Connecting the Roots
New Orleans’ reputation as a dining destination stems in part from its legacy restaurants, a clutch of national treasures whose roots reach back well over 100 years. One place on this list which is often overlooked is Pascal’s Manale. Now in its fifth generation, its roots reach back to southern Italy. Specifically, the community of Contessa Entellina, a town on the Island of Sicily notable for its Albanian heritage. “They speak a different language, Arbëreshë, and their Catholicism is more akin to Greek Orthodox,” explained culinary historian and food personality Poppy Tooker. “Many settled here in New Orleans and they’ve always regarded themselves as different from other Sicilians.”
Whereas most legacy restaurants are the French Creole Grande Dames like Arnaud’s and Antione’s, Pascal’s Manale is notable for being Italian. Also unlike the French Creole places, Pascal’s Manale is a neighborhood spot, more suited to regular visits than special occasions. Its unique residential Uptown location sets it apart. Over the years it has become woven into the fabric of the community, making it feel like an extension of the home. Its oyster bar, tucked to the right of the barroom when you enter, has been shucking the goods since 1913, while its actual bar – an atmospheric masterpiece of carpentry – was originally installed by Dixie Beer as part of an exclusivity agreement not too long after the turn of the 20th century. Considering that Dixie essentially left and came back in the decades that followed, the bar more than anything is a testament to the fact that time stands still here. It looks and feels much the same as it has for generations, with a post-Katrina renovation being the primary measuring stick of the passing years.
On the menu, the predominance of Creole seafood dishes sets it apart from other Creole Italian restaurants. “Take for example their Combination Pan Roast,” Tooker said, “which is not a roast and has no meat in it. While it is a counter-intuitive name for a dish – it refers to the technique rather than the ingredients – this dish contains all the best Gulf seafood in the world.” This garlicy, chopped mélange of oysters, shrimp and crabmeat is a classic not found elsewhere.
Pascal’s Manale is perhaps most famous for its BBQ shrimp, another misnomer as the dish has nothing to do with BBQ but everything to do with garlic, butter, pepper, proprietary seasoning and jumbo peel-and-eat crustaceans, with crusty French bread to sop up the leftover sauce. Reinterpreted versions abound around town, but this is where it all began. If you are too dainty to strap on a bib and get your hands dirty, there is a pre-peeled poor boy version on the lunch menu and peeled shrimp are offered as an add-on with many of the entrees.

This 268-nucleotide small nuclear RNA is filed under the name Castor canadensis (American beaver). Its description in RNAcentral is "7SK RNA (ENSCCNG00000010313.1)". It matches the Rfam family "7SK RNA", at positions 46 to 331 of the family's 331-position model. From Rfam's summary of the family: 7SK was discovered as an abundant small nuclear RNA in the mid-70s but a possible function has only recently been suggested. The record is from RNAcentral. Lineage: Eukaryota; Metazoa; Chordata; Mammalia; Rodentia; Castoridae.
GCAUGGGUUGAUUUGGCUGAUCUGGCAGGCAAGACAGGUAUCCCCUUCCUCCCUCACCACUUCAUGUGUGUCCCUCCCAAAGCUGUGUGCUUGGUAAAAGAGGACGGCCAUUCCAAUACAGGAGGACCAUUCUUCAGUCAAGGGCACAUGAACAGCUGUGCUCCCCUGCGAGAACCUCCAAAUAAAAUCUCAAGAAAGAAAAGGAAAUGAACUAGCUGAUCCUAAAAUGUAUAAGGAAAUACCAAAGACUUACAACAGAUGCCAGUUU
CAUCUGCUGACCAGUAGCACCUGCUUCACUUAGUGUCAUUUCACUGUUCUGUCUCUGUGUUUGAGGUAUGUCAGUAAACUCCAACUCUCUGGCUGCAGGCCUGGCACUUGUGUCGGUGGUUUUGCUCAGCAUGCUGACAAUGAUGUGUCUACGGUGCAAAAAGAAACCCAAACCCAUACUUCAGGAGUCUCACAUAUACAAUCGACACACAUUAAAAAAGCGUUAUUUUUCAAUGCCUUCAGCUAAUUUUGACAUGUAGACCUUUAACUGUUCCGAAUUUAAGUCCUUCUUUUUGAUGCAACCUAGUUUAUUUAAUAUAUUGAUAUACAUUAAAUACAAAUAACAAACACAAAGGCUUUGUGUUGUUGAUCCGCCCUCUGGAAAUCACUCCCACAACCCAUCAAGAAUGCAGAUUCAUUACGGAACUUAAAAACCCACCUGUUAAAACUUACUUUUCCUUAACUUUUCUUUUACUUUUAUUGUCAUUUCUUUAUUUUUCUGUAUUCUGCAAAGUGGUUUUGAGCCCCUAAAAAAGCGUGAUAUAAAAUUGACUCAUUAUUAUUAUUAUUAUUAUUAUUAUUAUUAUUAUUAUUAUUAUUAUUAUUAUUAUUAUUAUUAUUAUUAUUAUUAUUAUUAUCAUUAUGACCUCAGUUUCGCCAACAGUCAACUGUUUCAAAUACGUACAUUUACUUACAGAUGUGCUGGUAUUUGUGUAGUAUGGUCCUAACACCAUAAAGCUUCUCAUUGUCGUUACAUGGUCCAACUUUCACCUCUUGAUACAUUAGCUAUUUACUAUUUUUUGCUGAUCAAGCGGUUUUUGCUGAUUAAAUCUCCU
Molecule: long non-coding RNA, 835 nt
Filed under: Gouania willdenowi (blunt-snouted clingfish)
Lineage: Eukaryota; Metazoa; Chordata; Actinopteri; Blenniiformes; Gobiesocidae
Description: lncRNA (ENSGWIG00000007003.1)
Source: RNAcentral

Other recommended dishes include the combination remoulade, which comes with not one, but two versions of the iconic sauce. One – a blonde version in which the crabmeat and shrimp are tossed. The other is the more traditional red sauce, used to garnish the plate and add a last-second punch of tomato and horseradish to each bite.
For dessert, try the caramel custard – a light counterpoint to what can be a heavy meal – or you can swing the other way with the bread pudding or their justifiably famous cheesecake. Oyster lovers take note of the half-off happy hour from 3-6 p.m. Monday through Friday, with discounts on select premium drinks. Complimentary gated off-street parking is offered as well.
Pascal’s Manale stands apart from the pack of Creole Italian restaurants around town, so it is hard to draw a comparison. One that comes to mind however is Mosca’s in Westwego, which has been serving heaping platters of their signature Oyster’s Mosca and inimitable Chicken Cacciatore for over sixty years. Their out-of-the-way location makes going here a special occasion best enjoyed with a group of friends.
This article barely scratches the surface of this restaurant’s long history. To learn more, check out “Pascal’s Manale Cookbook” by Poppy Tooker, which traces the lineage of this Creole Italian gem through its five generations of local ownership. Along with recipes, this exhaustively researched work shines a light on the oft-neglected Italian contribution to New Orleans cuisine. “I wrote this one after my Tujague’s book,” Tooker said. “Tujague’s is the second oldest continually operating restaurant where Pascal’s Manale is the second oldest continuingly operating family owned restaurant. Tujague’s tells the French Creole story whereas this tells the Italian Creole story.” Together these two books are companion pieces to the fundamental elements of New Orleans cuisine.